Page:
New: The Crushery
Last week we stopped in for lunch at The Crushery, a brand-new panini shop in a loft-like space on South Pearl Street. The sandwich menu works like this: Create your own (with homemade bread and bagels and 75 gourmet ingredients) or choose from combos such as shredded pork, bacon, green chiles, queso fresco, and chipotle aïoli or lox, shallot-caper cream cheese, and red onion. The service was friendly and eager to please, but we found the paninis to be undergrilled (cheese wasn’t melted and the bread wasn’t toasty)—disappointing for a spot specializing in the panino. Still, as new as it is, we believe the Crushery will work out the kinks. In the meantime, the best offerings are off the dessert menu. The bizarre-sounding stuffed sweets: pound cake, French toast, cinnamon bread, or brownies are decadent and worth a trip in themselves. We favor the brownie—halved, filled with chocolate cream cheese, peanut butter, and almonds, before being pressed and garnished with real whipped cream. Tip: At $3.50, the desserts (which easily serve two) are one heck of a sweet deal. 1579 S. Pearl St., 303-733-4117,

Open: Blue Fin Sushi
Dine at Blue Fin Sushi, a two-month old spot in Stapleton, and you’ll find a family-friendly restaurant with a serviceable, if basic, menu. As you might expect, the place simply crawls with children—babies in carseats, toddlers tasting sushi for the first time, and other children already chopstick pros. In the sea of families and patient waitstaff, we made our way through much of the menu and found that the simplest dishes were the most successful—two favorites being the tuna tataki appetizer and the fresh nigiri. Many of the rolls were overthought and oversauced, and we suggest skipping the dismal wine list in favor of a Sapporo. The verdict: Blue Fin isn’t the best sushi in Denver, but it’s a good spot when you either can’t find a sitter or don’t want to drive across town to Sushi Den. 7303 E. 29th Ave., 303-333-4006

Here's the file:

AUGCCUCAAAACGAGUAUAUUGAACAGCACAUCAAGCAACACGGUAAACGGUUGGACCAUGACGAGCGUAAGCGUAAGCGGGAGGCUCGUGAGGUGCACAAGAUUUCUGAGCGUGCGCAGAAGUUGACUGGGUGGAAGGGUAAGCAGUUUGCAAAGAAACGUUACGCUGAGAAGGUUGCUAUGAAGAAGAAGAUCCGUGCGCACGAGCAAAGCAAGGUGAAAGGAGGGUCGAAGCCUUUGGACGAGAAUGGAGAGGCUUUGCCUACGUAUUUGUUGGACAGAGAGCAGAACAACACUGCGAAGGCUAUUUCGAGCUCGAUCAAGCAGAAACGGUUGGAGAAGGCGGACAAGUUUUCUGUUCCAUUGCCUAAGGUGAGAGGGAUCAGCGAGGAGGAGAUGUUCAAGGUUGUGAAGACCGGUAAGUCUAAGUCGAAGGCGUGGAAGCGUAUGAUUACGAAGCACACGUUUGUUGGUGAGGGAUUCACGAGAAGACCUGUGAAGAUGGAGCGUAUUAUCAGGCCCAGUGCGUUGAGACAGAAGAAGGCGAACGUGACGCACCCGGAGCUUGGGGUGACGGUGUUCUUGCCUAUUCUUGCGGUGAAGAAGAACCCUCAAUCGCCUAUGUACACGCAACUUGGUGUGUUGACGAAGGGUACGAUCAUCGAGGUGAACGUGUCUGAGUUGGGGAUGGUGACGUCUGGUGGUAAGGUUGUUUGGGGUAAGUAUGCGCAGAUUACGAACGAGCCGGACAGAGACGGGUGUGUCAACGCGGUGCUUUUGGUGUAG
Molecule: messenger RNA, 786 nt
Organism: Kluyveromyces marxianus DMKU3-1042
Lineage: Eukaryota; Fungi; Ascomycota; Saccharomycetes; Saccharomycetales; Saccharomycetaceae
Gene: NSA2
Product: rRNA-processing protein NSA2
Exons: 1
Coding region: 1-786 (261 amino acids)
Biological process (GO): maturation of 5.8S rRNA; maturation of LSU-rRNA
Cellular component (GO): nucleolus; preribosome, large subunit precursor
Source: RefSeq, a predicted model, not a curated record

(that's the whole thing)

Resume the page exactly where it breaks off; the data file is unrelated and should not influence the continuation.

Life List: Le Bernardin, New York City
As the food editor, my work is never done: In Denver I dine out several times a week checking out new spots and catching up on old. Even when I’m on vacation I find myself planning the next meal, scribbling down names of restaurants, and ferreting out the next dish. Ever on a quest to learn more about food and restaurant trends, I blissfully traveled to New York this past weekend—husband in tow—to eat. We had mussels and frites at Pastis, legendary cupcakes at Magnolia, hot pretzels off the street, pizza in corner shops, veal cheeks at Craft, Tuscan-baked eggs at The Neptune Room, and lox omelets at SaraBeth’s. But the most memorable, life-changing meal came in the form of a seven-course tasting menu at Le Bernardin, chef and co-owner Eric Ripert‘s ode to seafood. As the New York Times consistently awards Le Bernardin four stars and that Esquire rates it one of the seven best restaurants in the world, our expectations were sky high. We’re happy to report that the experience was unparalleled as dishes such as warm Peekytoe-Maryland lump “crab cake” with shaved cauliflower and Dijon mustard emulsion and poached halibut with verjus-lemongrass infusion arrived at the table. Each bite was better than the last, perfect in its simplicity and gorgeous in its presentation. The seafood, which ranged from delicately smoked salmon to grilled skate, was heightened by Ripert’s ethereal sauces (poured tableside), the flawless service, exquisitely paired wines, and a truly stunning collection of china. 155 W. 51st St., New York, 212-554-1515,

Amanda M. Faison
Amanda M. Faison
Freelance writer Amanda M. Faison spent 20 years at 5280 Magazine, 12 of those as Food Editor.